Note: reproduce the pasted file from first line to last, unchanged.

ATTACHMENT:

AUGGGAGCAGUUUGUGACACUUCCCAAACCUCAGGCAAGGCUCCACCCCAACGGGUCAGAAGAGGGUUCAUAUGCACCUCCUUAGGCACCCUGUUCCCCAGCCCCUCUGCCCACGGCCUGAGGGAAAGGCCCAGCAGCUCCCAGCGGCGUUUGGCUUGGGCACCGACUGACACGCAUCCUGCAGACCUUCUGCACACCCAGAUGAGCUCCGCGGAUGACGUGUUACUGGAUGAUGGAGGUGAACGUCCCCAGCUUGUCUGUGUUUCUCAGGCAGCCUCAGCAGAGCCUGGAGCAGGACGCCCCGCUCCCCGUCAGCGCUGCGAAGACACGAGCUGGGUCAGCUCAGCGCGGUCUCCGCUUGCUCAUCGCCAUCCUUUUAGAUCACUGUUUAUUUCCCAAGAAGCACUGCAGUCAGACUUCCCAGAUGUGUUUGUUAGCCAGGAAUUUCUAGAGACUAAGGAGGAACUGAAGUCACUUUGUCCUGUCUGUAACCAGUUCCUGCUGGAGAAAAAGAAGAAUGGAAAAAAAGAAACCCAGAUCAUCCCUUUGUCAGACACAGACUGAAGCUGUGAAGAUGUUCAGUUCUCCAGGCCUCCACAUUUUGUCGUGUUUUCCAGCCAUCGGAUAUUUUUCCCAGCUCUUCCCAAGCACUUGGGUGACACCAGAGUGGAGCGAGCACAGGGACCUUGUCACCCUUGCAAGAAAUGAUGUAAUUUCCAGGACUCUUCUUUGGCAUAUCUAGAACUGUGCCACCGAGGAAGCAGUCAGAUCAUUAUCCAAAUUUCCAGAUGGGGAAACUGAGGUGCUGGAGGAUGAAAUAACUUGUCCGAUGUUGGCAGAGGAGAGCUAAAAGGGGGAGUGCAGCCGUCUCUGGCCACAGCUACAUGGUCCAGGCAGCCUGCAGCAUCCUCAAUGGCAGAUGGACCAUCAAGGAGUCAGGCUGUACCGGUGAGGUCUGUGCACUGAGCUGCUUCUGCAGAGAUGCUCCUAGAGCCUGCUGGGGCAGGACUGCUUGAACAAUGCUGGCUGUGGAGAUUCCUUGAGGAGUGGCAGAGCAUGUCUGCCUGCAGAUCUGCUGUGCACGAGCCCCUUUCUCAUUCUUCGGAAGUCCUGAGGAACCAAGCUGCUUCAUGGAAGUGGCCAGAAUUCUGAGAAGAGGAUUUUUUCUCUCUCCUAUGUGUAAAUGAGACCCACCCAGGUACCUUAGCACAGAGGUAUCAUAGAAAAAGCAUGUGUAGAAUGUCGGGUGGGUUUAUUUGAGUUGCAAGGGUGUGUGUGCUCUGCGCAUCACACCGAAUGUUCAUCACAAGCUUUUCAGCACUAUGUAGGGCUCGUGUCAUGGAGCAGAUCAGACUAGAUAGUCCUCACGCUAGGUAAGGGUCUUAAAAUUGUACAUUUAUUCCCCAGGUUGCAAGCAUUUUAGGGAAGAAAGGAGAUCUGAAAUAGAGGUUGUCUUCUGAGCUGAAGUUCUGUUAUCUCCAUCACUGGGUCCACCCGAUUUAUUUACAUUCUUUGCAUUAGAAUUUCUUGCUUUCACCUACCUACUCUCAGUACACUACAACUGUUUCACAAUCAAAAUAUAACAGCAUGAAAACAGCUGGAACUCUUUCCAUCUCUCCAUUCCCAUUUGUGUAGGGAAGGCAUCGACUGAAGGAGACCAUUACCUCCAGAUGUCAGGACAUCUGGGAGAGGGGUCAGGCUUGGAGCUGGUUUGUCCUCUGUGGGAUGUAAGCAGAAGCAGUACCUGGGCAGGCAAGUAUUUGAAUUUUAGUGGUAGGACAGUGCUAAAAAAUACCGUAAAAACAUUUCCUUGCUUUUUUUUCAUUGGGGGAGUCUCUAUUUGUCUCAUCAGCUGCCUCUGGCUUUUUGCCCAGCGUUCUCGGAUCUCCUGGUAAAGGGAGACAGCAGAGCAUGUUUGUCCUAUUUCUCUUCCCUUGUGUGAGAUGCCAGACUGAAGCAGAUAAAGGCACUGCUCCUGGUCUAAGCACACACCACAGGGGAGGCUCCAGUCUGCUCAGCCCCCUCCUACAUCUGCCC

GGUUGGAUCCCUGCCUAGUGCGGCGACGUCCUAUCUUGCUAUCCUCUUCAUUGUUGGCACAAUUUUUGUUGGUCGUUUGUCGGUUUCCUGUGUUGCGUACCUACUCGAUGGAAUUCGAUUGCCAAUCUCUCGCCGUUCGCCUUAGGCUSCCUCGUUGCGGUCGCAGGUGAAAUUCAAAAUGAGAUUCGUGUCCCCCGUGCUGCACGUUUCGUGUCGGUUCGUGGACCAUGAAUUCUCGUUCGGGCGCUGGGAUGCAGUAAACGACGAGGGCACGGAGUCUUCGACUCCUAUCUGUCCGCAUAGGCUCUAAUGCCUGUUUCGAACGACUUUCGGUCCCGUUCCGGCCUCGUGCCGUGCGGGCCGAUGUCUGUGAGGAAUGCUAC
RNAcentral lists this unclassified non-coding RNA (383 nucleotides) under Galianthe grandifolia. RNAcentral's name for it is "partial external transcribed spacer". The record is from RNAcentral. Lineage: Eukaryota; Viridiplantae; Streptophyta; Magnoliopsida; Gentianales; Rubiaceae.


AUGGGAGCAGUUUGUGACACUUCCCAAACCUCAGGCAAGGCUCCACCCCAACGGGUCAGAAGAGGGUUCAUAUGCACCUCCUUAGGCACCCUGUUCCCCAGCCCCUCUGCCCACGGCCUGAGGGAAAGGCCCAGCAGCUCCCAGCGGCGUUUGGCUUGGGCACCGACUGACACGCAUCCUGCAGACCUUCUGCACACCCAGAUGAGCUCCGCGGAUGACGUGUUACUGGAUGAUGGAGGUGAACGUCCCCAGCUUGUCUGUGUUUCUCAGGCAGCCUCAGCAGAGCCUGGAGCAGGACGCCCCGCUCCCCGUCAGCGCUGCGAAGACACGAGCUGGGUCAGCUCAGCGCGGUCUCCGCUUGCUCAUCGCCAUCCUUUUAGAUCACUGUUUAUUUCCCAAGAAGCACUGCAGUCAGACUUCCCAGAUGUGUUUGUUAGCCAGGAAUUUCUAGAGACUAAGGAGGAACUGAAGUCACUUUGUCCUGUCUGUAACCAGUUCCUGCUGGAGAAAAAGAAGAAUGGAAAAAAAGAAACCCAGAUCAUCCCUUUGUCAGACACAGACUGAAGCUGUGAAGAUGUUCAGUUCUCCAGGCCUCCACAUUUUGUCGUGUUUUCCAGCCAUCGGAUAUUUUUCCCAGCUCUUCCCAAGCACUUGGGUGACACCAGAGUGGAGCGAGCACAGGGACCUUGUCACCCUUGCAAGAAAUGAUGUAAUUUCCAGGACUCUUCUUUGGCAUAUCUAGAACUGUGCCACCGAGGAAGCAGUCAGAUCAUUAUCCAAAUUUCCAGAUGGGGAAACUGAGGUGCUGGAGGAUGAAAUAACUUGUCCGAUGUUGGCAGAGGAGAGCUAAAAGGGGGAGUGCAGCCGUCUCUGGCCACAGCUACAUGGUCCAGGCAGCCUGCAGCAUCCUCAAUGGCAGAUGGACCAUCAAGGAGUCAGGCUGUACCGGUGAGGUCUGUGCACUGAGCUGCUUCUGCAGAGAUGCUCCUAGAGCCUGCUGGGGCAGGACUGCUUGAACAAUGCUGGCUGUGGAGAUUCCUUGAGGAGUGGCAGAGCAUGUCUGCCUGCAGAUCUGCUGUGCACGAGCCCCUUUCUCAUUCUUCGGAAGUCCUGAGGAACCAAGCUGCUUCAUGGAAGUGGCCAGAAUUCUGAGAAGAGGAUUUUUUCUCUCUCCUAUGUGUAAAUGAGACCCACCCAGGUACCUUAGCACAGAGGUAUCAUAGAAAAAGCAUGUGUAGAAUGUCGGGUGGGUUUAUUUGAGUUGCAAGGGUGUGUGUGCUCUGCGCAUCACACCGAAUGUUCAUCACAAGCUUUUCAGCACUAUGUAGGGCUCGUGUCAUGGAGCAGAUCAGACUAGAUAGUCCUCACGCUAGGUAAGGGUCUUAAAAUUGUACAUUUAUUCCCCAGGUUGCAAGCAUUUUAGGGAAGAAAGGAGAUCUGAAAUAGAGGUUGUCUUCUGAGCUGAAGUUCUGUUAUCUCCAUCACUGGGUCCACCCGAUUUAUUUACAUUCUUUGCAUUAGAAUUUCUUGCUUUCACCUACCUACUCUCAGUACACUACAACUGUUUCACAAUCAAAAUAUAACAGCAUGAAAACAGCUGGAACUCUUUCCAUCUCUCCAUUCCCAUUUGUGUAGGGAAGGCAUCGACUGAAGGAGACCAUUACCUCCAGAUGUCAGGACAUCUGGGAGAGGGGUCAGGCUUGGAGCUGGUUUGUCCUCUGUGGGAUGUAAGCAGAAGCAGUACCUGGGCAGGCAAGUAUUUGAAUUUUAGUGGUAGGACAGUGCUAAAAAAUACCGUAAAAACAUUUCCUUGCUUUUUUUUCAUUGGGGGAGUCUCUAUUUGUCUCAUCAGCUGCCUCUGGCUUUUUGCCCAGCGUUCUCGGAUCUCCUGGUAAAGGGAGACAGCAGAGCAUGUUUGUCCUAUUUCUCUUCCCUUGUGUGAGAUGCCAGACUGAAGCAGAUAAAGGCACUGCUCCUGGUCUAAGCACACACCACAGGGGAGGCUCCAGUCUGCUCAGCCCCCUCCUACAUCUGCCC

GGUUGGAUCCCUGCCUAGUGCGGCGACGUCCUAUCUUGCUAUCCUCUUCAUUGUUGGCACAAUUUUUGUUGGUCGUUUGUCGGUUUCCUGUGUUGCGUACCUACUCGAUGGAAUUCGAUUGCCAAUCUCUCGCCGUUCGCCUUAGGCUSCCUCGUUGCGGUCGCAGGUGAAAUUCAAAAUGAGAUUCGUGUCCCCCGUGCUGCACGUUUCGUGUCGGUUCGUGGACCAUGAAUUCUCGUUCGGGCGCUGGGAUGCAGUAAACGACGAGGGCACGGAGUCUUCGACUCCUAUCUGUCCGCAUAGGCUCUAAUGCCUGUUUCGAACGACUUUCGGUCCCGUUCCGGCCUCGUGCCGUGCGGGCCGAUGUCUGUGAGGAAUGCUAC
RNAcentral lists this unclassified non-coding RNA (383 nucleotides) under Galianthe grandifolia. RNAcentral's name for it is "partial external transcribed spacer". The record is from RNAcentral. Lineage: Eukaryota; Viridiplantae; Streptophyta; Magnoliopsida; Gentianales; Rubiaceae.